Yesterday was our thirteenth wedding anniversary. We went for lunch to Purnell's in Birmingham. Glynn Purnell became a bit of a star after he appeared on the Great British Menu a few years ago. He sprinkled cornflakes on a poached egg yolk and some smoked haddock milk, and served crème brulee in an egg shell. Thus, a quirky, cheeky, inventive, Brummie character was born. Above all, he brought what looked like fun to what might easily have been seen as the rather too sombre and formal world of fine dining. You can see the menu here:
I did not take any pictures of the food or the inside of the restaurant. Far from being informal, friendly or fun, there was an atmosphere of sterile efficiency where the use of a camera would have been an unwarrantable intrusion. There was no charm in the smiles of the waiting staff; there was none in the food either. Not that the food wasn't good, some of it was exceptional. The home made bread and butter at the start was superb. Both our starters were wonderful. Mary had the Goat's Cheese, which she greatly enjoyed. I had the Duck Egg Yolk. It had little cubes of deep fried pig's trotter, and a freeze-dried black pudding crumble. The overall effect was like the best tasting fried breakfast ever. It was beautifully conceived, but very tiny. This, we felt was one of the major problems. The portions were miniscule.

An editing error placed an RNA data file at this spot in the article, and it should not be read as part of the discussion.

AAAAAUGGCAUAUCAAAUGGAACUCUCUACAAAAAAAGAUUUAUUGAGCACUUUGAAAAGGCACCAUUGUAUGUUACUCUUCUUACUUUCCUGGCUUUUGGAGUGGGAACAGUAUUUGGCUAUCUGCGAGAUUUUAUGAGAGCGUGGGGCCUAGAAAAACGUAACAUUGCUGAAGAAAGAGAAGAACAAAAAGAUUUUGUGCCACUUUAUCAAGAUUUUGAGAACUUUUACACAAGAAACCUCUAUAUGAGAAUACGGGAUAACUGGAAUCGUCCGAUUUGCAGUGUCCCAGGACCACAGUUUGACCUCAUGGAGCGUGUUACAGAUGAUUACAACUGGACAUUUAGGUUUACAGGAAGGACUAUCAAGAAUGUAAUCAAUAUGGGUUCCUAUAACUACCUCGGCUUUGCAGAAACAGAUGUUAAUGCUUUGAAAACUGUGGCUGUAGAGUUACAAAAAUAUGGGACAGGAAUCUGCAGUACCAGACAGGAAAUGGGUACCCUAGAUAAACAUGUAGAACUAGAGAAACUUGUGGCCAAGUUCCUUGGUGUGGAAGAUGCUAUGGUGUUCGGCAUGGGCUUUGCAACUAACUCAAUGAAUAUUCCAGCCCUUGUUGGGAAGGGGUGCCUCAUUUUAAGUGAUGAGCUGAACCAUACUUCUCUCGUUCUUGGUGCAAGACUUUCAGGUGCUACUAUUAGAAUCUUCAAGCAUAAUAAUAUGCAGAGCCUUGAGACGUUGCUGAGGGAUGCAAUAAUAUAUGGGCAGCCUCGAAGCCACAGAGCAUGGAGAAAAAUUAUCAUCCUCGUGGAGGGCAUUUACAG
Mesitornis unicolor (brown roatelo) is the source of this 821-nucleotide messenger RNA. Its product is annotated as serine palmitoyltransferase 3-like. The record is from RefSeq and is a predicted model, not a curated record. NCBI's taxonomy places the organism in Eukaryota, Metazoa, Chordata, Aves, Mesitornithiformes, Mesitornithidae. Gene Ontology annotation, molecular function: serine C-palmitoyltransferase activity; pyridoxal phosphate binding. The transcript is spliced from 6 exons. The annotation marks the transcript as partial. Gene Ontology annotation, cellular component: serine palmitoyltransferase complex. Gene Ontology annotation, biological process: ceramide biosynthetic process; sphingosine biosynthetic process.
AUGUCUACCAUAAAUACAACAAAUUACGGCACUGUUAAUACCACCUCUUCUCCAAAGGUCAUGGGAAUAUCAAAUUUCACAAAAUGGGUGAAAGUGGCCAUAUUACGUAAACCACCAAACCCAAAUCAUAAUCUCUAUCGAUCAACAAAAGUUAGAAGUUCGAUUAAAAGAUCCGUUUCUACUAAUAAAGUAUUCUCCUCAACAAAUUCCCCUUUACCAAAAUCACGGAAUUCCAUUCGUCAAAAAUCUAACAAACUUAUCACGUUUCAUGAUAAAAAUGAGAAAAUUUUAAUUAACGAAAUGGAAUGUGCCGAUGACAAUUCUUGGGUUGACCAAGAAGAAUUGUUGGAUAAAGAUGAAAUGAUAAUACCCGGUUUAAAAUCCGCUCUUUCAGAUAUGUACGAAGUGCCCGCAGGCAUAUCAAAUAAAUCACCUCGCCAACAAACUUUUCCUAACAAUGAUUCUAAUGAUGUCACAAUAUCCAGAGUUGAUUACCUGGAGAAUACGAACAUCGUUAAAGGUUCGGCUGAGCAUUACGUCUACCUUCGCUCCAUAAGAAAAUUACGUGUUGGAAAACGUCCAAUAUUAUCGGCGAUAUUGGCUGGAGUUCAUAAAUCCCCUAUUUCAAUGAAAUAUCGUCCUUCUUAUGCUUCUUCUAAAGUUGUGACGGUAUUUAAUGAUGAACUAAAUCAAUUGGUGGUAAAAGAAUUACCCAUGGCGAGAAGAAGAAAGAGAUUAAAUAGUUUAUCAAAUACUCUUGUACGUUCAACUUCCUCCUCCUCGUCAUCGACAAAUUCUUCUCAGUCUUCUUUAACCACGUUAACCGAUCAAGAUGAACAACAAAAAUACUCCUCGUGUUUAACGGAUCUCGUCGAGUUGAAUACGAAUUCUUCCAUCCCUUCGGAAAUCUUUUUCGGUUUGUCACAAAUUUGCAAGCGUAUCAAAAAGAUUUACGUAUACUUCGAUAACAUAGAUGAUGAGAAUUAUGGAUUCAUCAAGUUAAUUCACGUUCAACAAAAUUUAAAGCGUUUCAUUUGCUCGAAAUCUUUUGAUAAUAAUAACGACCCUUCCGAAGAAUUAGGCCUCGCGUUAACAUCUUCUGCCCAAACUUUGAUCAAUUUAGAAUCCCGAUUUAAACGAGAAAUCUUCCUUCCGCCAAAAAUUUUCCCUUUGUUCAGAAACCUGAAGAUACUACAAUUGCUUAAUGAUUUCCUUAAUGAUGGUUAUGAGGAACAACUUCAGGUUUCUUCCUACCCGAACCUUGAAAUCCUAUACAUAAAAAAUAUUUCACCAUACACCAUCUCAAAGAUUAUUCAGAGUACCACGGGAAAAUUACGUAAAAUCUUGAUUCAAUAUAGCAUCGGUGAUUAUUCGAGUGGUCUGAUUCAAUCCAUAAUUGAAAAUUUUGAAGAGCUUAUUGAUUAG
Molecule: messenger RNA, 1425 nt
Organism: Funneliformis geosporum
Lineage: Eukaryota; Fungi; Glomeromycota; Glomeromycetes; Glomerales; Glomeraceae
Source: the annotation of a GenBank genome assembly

Mary's main was Lemon Sole. The fish was apparently excellent, presented as a small cylinder approximately the size of a marker pen. I had Piglet, which was a very small piece of pork confit'd with vanilla, accompanied by two pieces of potato, amounting in total to about half of a single new jersey royal, some radishes (about three radishes in total, some warm, some cold, some halved, and some slices of a large one) and a piece of smoked pineapple, approximately two inches long half an inch high and wide, and which was possibly the single strangest thing I have ever eaten. It tasted simultaneously of pineapple and a bonfire. Not the kind of smoke you normally get with food, such as smoked bacon, or smoked salmon, but an actual, horrible bonfire.
For dessert I had the Pavlova, Mary had the Caramelised Apple Parfait. Both were tiny, very light and beautifully presented, though lacking a little intensity of flavour. The tea and coffee were excellent, as were the petit fours.
We ate everything. Every piece of food was at least interesting. Most, apart from the pineapple, were very nice indeed. One does not buy fine dining by its size, but, excepting the bread, the entire meal for both of us would have easily fitted in a cereal bowl. We were hungry when we went in, and we went straight to my parents' house in search of afternoon tea when we left, after a three course lunch costing in total £116.
Was the food good? Yes. Was it a good meal? When comparing fine dining memories I have often said that you don't go to the Fat Duck because you are hungry; it is a theatrical experience lasting several hours, and, it seems to me, is well worth the money. Some other very good places, such as Gidleigh Park, or the Yorke Arms, give you a more satisfying “meal”, while still being bold, intricate and inventive with their ingredients. At Purnell's there was no theatre, no fun, and very little food. In our opinion therefore, it was not a very good meal.
I wonder whether radish as the primary vegetable component of a main course might come over as more fun on television than it does if it's your lunch?